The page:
But for some inside the John A. Wilson Building, the names and faces have rekindled unpleasant memories of the Fenty administration, which was criticized for its lack of consensus-building in the name of Fenty’s “as fast as humanly possible” mantra.

Council member Jack Evans (D-Ward 2), who lost the primary to Bowser but is now endorsing her, said incoming mayors must “control the arrogance” of the people around them. “You get a lot of, ‘We want this, we’re in charge,’ ” he said. “I’ve seen that with every administration that comes in. It’s off-putting to those of us who are here.”

Bowser has gone to great lengths to portray herself as a politician with a much softer touch than Fenty. “Our styles have often been different,” she said Wednesday. “I also had a bird’s-eye view of the things that went right during those four years and the things that went wrong.”

And erstwhile Fenty loyalists are happy to agree. “They’re two totally different individuals with totally different styles of governing,” Williams said. “Muriel will take a step back and listen to her advisers and things of that nature in a way I’m not sure that Mayor Fenty did.”

Brown, a former top aide to Mayor Anthony A. Williams who was an active fundraiser for Fenty, called it a “fallacy” and a “media-driven narrative” that Bowser is a Fenty clone. “It’s delusional to think she is anything but a 41-year-old woman from Ward 5 who is driven and ambitious and is helping this city be great.”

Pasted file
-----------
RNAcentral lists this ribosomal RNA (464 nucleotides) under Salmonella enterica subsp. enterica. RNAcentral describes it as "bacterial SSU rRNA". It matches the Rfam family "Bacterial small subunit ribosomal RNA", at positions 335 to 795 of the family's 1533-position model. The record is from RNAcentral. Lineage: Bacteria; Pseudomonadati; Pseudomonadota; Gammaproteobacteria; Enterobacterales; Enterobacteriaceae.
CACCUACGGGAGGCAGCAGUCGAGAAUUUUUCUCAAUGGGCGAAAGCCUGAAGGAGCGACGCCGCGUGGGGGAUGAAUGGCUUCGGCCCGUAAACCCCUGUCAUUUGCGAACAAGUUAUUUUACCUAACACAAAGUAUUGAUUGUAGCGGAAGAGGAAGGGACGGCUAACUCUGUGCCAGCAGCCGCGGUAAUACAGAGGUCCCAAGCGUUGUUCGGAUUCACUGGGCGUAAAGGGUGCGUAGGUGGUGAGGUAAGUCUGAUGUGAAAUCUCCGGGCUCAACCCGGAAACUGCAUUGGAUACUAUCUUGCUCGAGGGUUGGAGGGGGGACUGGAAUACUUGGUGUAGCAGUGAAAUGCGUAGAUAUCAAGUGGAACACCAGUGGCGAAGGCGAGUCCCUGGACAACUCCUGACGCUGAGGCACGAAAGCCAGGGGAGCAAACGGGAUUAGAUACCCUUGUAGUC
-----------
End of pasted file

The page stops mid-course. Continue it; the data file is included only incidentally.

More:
That Fenty’s legacy continues to flavor mayoral politics in the District is made somewhat ironic by the fact that he now spends much of his time in California and, by all accounts, has no interest in playing any current or future role in city affairs. (He did cast a primary ballot during early voting, according to election rolls.)

Bowser said many elements of her campaign team have remained unchanged since her first council bid, in 2007, and have been battle-tested under both her and Fenty. “It’s a great team,” she said, adding: “And the candidate wasn’t bad.”

She does have key advisers who are not closely identified with Fenty, notably Brandon Todd, who left a post in Bowser’s council office to serve as her finance director; Everett Hamilton Jr., a public relations executive who has advised her on communications strategy; and her brother, Marvin Bowser. Her campaign manager, Bo Shuff, is a veteran Democratic operative but a newcomer to District politics, and her field team includes several young recruits without ties to prior campaigns.

While an us-against-the-world attitude defined Fenty’s posture toward his opposition, political necessity is likely to expedite Bowser’s outreach.

She has sought to play down the significance of an independent challenge from at-large council member David A. Catania, saying in a Friday radio interview, for instance, that the news media have a vested interest in making the race seem more closely matched than it is. But given Catania’s ability to raise big sums for his past council runs, her campaign is faced with adding significantly to the roughly $1.5 million it has already raised.

J.R. Clark, a lawyer and lobbyist serving on Bowser’s finance committee, said trying to bring on supporters of and donors to her erstwhile Democratic rivals is an “obvious starting point.”

“There are a lot of folks who supported the mayor, who supported Jack,” he said. “There are those who were looking for a different outcome, or who were at least betting on a different outcome, who are going to be excited to be part of the Bowser campaign now.”